The fallibility of memory can make truth and accuracy hard to come by. Competing versions of the same stories—the same memories—dance and whorl around family tables every get together. One person remembers it was a Sunday in July. A sibling insists it was in October and a Sunday.
How do you decide which version is true? What details are accurate? Perhaps a better question is how do you decide if the details of the story are worth fighting about.
Often the answer lies in understanding the difference between truth and accuracy as well as your own role as storyteller.
Truth versus Accuracy
Let’s first look at how truth and accuracy can differ.
I have two friends, Ann and Sandy. (Actually I have more, but my point is only relevant to two of them.) Ann recently recounted an adventure that she and Sandy shared. It’s a wonderful story, but Sandy has no memory of it happening.
Ann’s story may be accurate, but it’s not a truth that Sandy knows.
Other times, the accurate details of a story fail to contribute to an understanding of the truth. In The Difference Between Telling the Truth and Being Accurate, Four Leaf Public Relations gives an insightful anecdote of working with an environmental law firm.
… For one, working with attorneys brings a whole new perspective to what constitutes “accuracy.” For these legal minds, telling the truth about their firm and what they do meant having to give every detail, in chronological order, with many caveats including changing statements from “we did X” to “we helped with X.” And, in the process, the truth was too often lost…
No one has 20 minutes to hear the punchline. The truth of this organization is that they win – a lot. The accurate picture is that sometimes it takes them seven years and a trip to the Supreme Court to [do so].
The firm’s depth of accuracy obscured the truth.
Devil in the Details?
As writers, we don’t just have to question whether accurate details facilitate understanding. We evaluate their relevance to the truth.
My sister and I remember a story about our mother trying to open a milk carton. Whenever we’d retell it, Mom would protest that it was an orange juice carton, not a milk carton, that she was trying to open.
Does it matter? The essence of the story—and the part that you’d find funny if you had known our never-let-a-curse-word-out-of-my-mouth mother, doesn’t turn on the type of carton. The truth is that Mom, feeling cranky and stubborn, had trouble getting the beverage carton open. Despite helpful advice from her husband, daughters, and the carton’s “open other end” signage, she opened the more difficult side “because no damn milk [orange juice] carton was going dictate where she had to open it.”
Truth and Accuracy and Your Role as a Storyteller
Personal and family storytellers wear various hats and perform multiple roles. Which role you assume shapes your decisions on what is true and what is accurate, how you tell a story and what you include.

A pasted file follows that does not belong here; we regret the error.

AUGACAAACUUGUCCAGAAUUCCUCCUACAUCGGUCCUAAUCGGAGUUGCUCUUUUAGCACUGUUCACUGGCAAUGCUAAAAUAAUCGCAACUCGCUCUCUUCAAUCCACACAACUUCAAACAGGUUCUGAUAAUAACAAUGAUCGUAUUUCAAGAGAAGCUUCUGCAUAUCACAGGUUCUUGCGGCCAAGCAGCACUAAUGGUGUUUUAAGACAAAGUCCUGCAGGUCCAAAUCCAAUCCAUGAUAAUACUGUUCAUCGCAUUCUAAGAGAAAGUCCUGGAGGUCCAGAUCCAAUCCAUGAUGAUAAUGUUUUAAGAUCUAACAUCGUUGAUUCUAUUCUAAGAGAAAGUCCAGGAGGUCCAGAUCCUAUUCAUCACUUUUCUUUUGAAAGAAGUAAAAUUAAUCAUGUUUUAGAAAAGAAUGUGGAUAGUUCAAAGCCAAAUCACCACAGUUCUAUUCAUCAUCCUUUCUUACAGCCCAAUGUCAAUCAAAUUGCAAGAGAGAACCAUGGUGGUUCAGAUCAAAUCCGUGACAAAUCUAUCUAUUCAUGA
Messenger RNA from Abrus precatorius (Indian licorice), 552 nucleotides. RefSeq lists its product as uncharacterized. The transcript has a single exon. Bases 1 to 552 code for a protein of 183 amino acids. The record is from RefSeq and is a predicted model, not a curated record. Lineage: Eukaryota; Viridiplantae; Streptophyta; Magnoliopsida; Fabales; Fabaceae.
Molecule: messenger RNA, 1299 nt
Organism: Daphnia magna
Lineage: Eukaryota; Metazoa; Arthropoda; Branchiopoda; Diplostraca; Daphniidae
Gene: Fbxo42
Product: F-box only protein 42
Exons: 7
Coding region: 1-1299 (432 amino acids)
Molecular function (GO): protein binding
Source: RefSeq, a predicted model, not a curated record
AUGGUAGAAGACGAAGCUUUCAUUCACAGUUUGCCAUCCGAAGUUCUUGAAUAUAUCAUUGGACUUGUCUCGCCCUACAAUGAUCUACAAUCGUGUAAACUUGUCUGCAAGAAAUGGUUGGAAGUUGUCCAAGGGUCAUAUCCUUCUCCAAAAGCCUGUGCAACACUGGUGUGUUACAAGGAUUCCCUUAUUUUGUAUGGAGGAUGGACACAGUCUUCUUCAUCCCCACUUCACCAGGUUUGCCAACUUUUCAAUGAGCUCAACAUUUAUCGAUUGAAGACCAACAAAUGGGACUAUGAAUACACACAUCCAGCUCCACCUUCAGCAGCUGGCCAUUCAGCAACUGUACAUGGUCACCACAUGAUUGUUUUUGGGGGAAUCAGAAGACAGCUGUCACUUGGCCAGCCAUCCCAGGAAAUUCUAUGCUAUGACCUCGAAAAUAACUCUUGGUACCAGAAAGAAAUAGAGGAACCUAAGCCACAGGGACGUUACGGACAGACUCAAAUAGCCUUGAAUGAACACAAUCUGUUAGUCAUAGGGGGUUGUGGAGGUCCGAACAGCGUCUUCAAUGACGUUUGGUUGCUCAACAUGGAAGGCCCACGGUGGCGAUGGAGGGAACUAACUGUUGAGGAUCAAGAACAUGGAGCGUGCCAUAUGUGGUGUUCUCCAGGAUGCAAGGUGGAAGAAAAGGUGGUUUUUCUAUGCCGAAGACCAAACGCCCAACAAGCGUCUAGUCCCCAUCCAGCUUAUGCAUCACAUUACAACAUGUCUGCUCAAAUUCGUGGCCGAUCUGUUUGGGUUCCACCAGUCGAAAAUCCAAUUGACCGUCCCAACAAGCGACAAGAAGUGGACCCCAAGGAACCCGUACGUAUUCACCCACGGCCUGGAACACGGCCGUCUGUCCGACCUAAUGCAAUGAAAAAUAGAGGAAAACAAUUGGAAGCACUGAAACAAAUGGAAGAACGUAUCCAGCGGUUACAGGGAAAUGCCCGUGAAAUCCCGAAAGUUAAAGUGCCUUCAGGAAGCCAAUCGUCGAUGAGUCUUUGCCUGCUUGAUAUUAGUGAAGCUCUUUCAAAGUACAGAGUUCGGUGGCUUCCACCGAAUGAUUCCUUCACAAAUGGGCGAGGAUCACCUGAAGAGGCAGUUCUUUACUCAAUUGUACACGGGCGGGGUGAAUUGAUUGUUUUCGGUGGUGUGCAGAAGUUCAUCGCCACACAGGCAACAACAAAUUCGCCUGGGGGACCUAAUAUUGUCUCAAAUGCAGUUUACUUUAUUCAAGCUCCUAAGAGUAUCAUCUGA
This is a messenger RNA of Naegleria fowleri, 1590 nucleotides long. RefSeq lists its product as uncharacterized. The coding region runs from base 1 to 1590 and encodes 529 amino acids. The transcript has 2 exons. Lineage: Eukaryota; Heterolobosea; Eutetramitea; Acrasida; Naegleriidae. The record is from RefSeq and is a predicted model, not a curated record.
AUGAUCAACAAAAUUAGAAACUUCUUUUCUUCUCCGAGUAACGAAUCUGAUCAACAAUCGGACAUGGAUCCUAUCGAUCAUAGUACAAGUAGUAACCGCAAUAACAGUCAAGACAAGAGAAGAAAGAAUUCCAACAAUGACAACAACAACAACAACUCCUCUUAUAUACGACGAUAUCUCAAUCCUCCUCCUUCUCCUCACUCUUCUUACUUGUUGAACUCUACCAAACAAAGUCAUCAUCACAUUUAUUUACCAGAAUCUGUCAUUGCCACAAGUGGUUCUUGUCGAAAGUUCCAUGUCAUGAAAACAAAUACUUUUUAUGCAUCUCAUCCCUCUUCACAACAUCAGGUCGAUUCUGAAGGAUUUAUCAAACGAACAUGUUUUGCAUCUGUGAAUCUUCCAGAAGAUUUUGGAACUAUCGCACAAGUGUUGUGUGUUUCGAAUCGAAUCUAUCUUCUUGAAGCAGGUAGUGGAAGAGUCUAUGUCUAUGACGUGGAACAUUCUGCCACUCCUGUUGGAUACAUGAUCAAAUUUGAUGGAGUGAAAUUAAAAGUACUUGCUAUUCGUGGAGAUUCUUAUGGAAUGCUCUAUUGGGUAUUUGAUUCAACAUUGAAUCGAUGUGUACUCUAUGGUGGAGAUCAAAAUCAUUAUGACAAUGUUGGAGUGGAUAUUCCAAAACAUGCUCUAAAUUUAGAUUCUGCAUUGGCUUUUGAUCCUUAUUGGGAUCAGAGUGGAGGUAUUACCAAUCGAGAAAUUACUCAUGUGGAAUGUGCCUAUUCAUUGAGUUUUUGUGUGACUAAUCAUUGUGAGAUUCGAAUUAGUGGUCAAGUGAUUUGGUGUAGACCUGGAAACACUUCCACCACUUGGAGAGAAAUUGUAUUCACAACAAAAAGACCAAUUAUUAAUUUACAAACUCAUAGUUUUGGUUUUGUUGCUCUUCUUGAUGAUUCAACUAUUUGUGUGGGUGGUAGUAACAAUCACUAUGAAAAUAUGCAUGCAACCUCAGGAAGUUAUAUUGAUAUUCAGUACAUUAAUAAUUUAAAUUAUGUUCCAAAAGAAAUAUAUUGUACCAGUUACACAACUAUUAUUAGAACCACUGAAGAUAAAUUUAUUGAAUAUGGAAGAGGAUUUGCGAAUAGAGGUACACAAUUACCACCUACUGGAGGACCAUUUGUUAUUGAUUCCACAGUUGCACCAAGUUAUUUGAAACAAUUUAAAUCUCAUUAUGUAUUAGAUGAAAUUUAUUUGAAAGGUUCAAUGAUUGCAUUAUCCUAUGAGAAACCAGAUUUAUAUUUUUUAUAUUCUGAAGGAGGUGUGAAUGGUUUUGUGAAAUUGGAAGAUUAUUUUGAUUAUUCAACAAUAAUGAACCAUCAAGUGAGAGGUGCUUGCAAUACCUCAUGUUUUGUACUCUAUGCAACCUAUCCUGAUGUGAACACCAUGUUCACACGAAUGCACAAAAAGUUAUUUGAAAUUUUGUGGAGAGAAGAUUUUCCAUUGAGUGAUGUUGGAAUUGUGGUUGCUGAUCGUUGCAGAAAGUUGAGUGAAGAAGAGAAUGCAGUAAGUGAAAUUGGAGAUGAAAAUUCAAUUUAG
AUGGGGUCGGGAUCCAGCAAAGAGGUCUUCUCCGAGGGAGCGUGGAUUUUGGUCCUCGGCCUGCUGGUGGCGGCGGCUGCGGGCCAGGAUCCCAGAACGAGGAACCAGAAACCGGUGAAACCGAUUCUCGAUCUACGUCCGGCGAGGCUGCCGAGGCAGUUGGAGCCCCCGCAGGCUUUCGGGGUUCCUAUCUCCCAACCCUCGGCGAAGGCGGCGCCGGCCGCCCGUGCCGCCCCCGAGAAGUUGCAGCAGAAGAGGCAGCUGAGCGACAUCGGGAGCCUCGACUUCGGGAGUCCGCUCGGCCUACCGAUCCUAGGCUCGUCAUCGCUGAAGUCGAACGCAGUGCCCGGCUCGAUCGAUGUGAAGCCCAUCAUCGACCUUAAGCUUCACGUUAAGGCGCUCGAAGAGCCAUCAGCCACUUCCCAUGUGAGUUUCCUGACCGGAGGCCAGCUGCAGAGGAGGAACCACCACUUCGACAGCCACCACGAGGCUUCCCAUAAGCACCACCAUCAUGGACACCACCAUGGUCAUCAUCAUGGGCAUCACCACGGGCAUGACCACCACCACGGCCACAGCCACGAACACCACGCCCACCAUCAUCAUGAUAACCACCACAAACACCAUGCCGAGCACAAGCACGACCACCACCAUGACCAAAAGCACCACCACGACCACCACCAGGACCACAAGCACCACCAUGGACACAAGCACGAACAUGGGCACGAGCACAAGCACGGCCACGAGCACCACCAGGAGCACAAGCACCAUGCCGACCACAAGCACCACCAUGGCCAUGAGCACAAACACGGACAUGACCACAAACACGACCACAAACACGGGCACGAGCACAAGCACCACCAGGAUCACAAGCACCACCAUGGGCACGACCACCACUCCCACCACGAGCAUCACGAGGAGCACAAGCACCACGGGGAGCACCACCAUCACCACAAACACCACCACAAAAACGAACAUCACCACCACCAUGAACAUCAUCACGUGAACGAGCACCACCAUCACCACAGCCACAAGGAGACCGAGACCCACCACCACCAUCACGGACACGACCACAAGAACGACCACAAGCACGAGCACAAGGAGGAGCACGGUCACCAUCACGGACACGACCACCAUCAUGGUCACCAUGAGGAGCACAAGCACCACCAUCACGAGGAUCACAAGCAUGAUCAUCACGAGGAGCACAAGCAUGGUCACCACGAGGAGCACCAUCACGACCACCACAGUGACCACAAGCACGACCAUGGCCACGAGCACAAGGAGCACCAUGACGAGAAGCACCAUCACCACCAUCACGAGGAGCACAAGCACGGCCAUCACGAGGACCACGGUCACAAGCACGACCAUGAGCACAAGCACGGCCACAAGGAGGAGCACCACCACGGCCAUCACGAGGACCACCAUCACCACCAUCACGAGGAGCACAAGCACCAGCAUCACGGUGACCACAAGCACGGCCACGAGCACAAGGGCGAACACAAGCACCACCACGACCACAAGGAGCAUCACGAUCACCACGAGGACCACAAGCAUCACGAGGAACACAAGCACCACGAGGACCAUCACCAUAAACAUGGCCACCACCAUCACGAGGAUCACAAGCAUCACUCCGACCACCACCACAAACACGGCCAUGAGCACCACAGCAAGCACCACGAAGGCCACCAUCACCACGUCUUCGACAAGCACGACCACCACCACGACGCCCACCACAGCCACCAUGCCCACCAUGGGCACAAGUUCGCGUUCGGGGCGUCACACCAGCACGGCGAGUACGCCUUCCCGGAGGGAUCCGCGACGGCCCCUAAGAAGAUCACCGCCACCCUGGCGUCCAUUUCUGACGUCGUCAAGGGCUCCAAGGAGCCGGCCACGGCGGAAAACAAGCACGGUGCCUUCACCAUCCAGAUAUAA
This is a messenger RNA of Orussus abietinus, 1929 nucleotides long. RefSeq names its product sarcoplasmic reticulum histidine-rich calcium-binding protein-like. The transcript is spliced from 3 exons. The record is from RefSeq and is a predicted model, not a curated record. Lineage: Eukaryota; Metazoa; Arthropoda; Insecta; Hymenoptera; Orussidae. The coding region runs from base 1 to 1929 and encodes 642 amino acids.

If you’re writing an account of your own experiences, you’re apt to weigh your own memory more heavily than that of other relatives or witnesses. It’s your truth that you’re telling. If it was your mother involved in the milk versus orange juice carton debate, and you remembered it as a milk carton, that’s the way you’d tell it.
Not every family historian is an impartial recorder. Sometimes we want to persuade—to highlight the situation of a relative or ancestor. Although we don’t want to stray from the truth, we may have a bias towards including details that highlight the social context of the times. If your grandmother was abandoned at twelve years old by her father, you might be tempted to let that bare fact stand alone. You might not delve to deeply in her father’s side of the story.
We also often want to preserve memories that have been lost to disease and age. My friend Sandy’s memory is intact, but were it not, her family would want to preserve Ann’s version of their adventures together.
Many family historians and storytellers want to preserve traditions, accurate or not. Rather than accepting tradition as truth, they annotate stories with sources, evidence, lack of substantiation, or varying versions of the same event. For instance, I grew up believing that my grandfather had polio as a young man, resulting in him walking with a limp for the rest of his life. However, my uncle Joe contests that story. (See An Oral History: Appendicitis in 1914.) As the family storyteller, my primary purpose is to tell the truth—that Grandpa suffered from an illness in his teens that left him permanently disabled. However, it’s also worth noting that family tradition holds that he suffered from polio.
Similarly, a family storyteller might put more weight on details that entertain and inform than on redundant details that attest to the accuracy of the story.
While a genealogist won’t ignore family tradition, there’s a heavier onus to provide accurate records that prove, support, or disprove the tradition. When there’s no evidence, genealogists often feel obligated to leave whatever breadcrumbs they can for future truth and accuracy hunters.
In the situation of my grandfather, when I wear my genealogy hat as I write, I note the absence of any medical records in the family that would prove or disprove the polio theory. I add the year of his illness and the place it was treated, as well as the fact that no polio outbreaks were recorded in Virginia that year.
You, as a writer, function as a filter through which others view and understand episodes of the past. Only you, the storyteller, can determine what is true and accurate and what details are important to include.